Watching what they eat
Alumni collaborate at Columbias eating disorders clinic
By Kristen Fountain 96
Members of the Columbias Eating Disorders Clinic
Lauren Escott 99, Evelyn Attia 82, Michael Devlin
78, and Tim Walsh 67 and in back Professor
of Psychology Bart Hoebel outside Frist Campus Center during
a visit in May to discuss a research grant.
Walk into the Eating Disorders Clinic at
Columbia Presbyterian Medical Center in Manhattan and you might
think youve landed in a psychology lab in Green Hall
judging from the number of alumni on staff. The Tiger count in this
busy research unit above the Hudson River has been as high as one-third
of the Clinics 21 psychiatrists, psychologists, nutritionists,
and other personnel.
Long-time Director Tim Walsh 67 and Clinical Co-Directors
Evelyn Attia 82 and Michael Devlin 78 have worked together
for more than 10 years. Research psychologist Lisa Kotler 89
joined the team four years ago. The group initially assembled as
a result of shared research interests and, in Lisa Kotlers
case, Walshs widespread reputation as an expert in child psychiatry.
As a result of Princeton networking, research assistants Lauren
Escott 99 (now a graduate student at Boston University) and
Dana Satir 01 and last summers intern Jenny Edwards
03 also climbed on board.
Together they study and treat anorexia, bulimia, and binge eating.
As part of the state-funded New York Psychiatric Institute, the
Eating Disorders Clinic offers free intensive counseling, in-house
stays, and other care to patients who participate in research.
Current research ranges from Attias work measuring serotonin
levels in anorexic patients and Devlin's development of nutritional
and therapeutic treatment for binge eaters who are also obese, to
Kotler's project adapting adult drug treatments to children and
adolescents with eating disorders, and Walsh's diverse studies of
the psychology of bulimia. They are also involved in a large study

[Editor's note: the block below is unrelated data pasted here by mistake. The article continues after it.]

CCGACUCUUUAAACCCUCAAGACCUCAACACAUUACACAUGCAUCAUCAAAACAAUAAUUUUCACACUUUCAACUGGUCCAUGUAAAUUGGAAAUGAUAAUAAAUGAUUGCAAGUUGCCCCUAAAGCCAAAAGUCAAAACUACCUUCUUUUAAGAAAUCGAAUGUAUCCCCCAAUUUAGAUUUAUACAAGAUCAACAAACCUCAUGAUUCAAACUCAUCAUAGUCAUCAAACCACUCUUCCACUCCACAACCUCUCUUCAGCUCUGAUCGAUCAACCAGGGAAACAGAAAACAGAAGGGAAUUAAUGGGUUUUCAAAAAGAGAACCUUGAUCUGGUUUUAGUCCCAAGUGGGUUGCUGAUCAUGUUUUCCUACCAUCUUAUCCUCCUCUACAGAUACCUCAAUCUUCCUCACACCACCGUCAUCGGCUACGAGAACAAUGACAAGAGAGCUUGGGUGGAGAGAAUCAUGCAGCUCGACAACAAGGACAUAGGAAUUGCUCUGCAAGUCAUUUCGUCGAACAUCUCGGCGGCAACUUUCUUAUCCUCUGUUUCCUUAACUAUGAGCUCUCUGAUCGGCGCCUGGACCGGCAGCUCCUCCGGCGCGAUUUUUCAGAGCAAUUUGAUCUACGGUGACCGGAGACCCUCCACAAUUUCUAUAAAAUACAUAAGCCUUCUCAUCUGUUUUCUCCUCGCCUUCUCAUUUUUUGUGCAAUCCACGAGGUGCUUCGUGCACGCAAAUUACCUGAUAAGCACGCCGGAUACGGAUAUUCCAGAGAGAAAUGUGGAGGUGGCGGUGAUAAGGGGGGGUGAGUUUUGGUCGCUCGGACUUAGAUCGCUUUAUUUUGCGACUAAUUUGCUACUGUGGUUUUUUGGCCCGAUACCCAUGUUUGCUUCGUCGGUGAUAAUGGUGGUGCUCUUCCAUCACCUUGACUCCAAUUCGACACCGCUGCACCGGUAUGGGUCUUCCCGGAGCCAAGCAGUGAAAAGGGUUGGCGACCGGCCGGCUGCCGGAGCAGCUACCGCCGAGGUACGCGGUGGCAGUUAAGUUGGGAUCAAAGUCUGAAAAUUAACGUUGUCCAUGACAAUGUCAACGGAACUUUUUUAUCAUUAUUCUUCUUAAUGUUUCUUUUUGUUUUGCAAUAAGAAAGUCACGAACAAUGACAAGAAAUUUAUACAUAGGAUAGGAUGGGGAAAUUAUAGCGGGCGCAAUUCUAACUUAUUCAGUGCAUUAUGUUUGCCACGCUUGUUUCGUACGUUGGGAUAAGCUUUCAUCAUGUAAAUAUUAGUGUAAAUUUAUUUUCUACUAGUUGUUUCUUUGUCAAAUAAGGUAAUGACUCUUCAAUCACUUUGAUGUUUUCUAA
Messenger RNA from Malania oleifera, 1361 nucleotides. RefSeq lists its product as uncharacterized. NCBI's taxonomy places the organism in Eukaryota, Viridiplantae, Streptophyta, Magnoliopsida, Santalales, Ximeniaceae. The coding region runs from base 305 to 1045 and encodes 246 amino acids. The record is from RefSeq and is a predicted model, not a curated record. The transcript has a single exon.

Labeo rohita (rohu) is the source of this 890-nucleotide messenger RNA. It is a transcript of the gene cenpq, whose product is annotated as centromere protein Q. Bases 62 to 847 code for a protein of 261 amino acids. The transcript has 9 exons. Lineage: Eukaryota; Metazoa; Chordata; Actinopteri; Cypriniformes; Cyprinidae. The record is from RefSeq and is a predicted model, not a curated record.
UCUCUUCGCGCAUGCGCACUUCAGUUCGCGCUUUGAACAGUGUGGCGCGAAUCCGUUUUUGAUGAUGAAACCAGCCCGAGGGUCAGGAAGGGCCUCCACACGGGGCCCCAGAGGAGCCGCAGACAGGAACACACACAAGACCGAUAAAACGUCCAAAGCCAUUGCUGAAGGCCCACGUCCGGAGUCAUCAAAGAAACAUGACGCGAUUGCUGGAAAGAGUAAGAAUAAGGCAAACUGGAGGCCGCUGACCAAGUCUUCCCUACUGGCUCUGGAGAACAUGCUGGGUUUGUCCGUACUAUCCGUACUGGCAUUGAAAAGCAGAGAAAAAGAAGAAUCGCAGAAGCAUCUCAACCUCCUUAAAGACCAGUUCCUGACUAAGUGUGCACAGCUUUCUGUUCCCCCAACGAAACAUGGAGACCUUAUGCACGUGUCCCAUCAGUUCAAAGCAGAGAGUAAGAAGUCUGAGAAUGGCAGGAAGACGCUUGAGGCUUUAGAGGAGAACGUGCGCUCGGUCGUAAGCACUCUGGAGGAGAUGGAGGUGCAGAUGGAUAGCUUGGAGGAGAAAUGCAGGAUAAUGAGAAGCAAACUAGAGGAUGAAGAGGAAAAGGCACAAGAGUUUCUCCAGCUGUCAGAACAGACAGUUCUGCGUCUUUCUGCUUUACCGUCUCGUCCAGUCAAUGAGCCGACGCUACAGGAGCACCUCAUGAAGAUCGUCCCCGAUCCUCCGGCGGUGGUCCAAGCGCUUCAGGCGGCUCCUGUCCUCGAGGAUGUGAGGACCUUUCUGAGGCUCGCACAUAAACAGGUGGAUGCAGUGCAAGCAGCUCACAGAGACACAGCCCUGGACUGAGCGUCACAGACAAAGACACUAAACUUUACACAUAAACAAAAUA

tracking the rates of relapse among anorexic patients taking Prozac.
In addition to their posts at the Clinic, all four are faculty members
at Columbia University College of Physicians and Surgeons. Walsh,
a chemistry major at Princeton, is a professor of pediatric psychopharmacology
and director of clinical research in the Division of Child and Adolescent
Psychiatry, Devlin, a biochemical sciences major, and Attia, a history
major, are associate clinical professors of psychiatry, and Kotler,
a psychology major, is an assistant clinical professor of psychiatry.
This year, another university tie is helping the clinic launch a
multimillion-dollar research grant that will mine new findings about
the feeding behavior of lab animals for insights into human eating
disorders. The project was born in December 2000, when Kotler encouraged
Walsh to join her at an evening seminar series on obesity research
at Columbias main campus. Her senior thesis adviser, Professor
of Psychology Bart Hoebel, gave the talk.
That evening Hoebel described intriguing results that suggest connections
between binge eating and addiction: Adult rats fed sugar-water and
solid food, according to a schedule that limits access to the water
(up to 12 hours per day), will drink up to twice as much during
the first hour compared to a control group with free rein. Within
a week, the restricted animals consume 20 to 25 percent of their
total daily sugar-water intake during the first hour, a voraciousness
he described as binge-like.
Equally suggestive, rats that are denied their regular dose of sugar-water
after a month of bingeing will begin the teeth chattering and head-
and paw-shaking typical of addicted animals in withdrawal. In the
binging cycle and during withdrawal, a sugar-happy rats brain
also shows changes in dopamine and other neurochemical levels similar
to lab animals given cocaine and morphine.
For clinic researchers on the lookout for experimental psychology
translatable to a medical setting, the presentation paid off. After
the talk, Kotler made the introductions and Walsh and Hoebel began
discussing collaboration. The Princeton connection gave us
a common link and facilitated a lot of this getting started,
she concluded. Ultimately, Walsh, Devlin, and Hoebel submitted a
multipart, five-year proposal in conjunction with seven other laboratory
and clinical scientists from Columbia and Cornell.
For Walsh, Devlin, and Attia frequent trips back to Green Hall to
fine-tune lab-to-clinic crossover techniques only add to the already
palpable Princeton office presence. Besides the hallway Reunions
talk and the ubiquitous college mug, a few Columbia IDs dangle from
unabashedly orange neck straps.
The paraphernalia, according to Attia, is just a physical sign of
the personal bonds that make the clinic run. When I was at
Princeton, I didnt have much of a sense of what it would mean
for me later, she said. Having that shared experience
is now an important part of our group.
Kristen Fountain is a freelance science writer living in New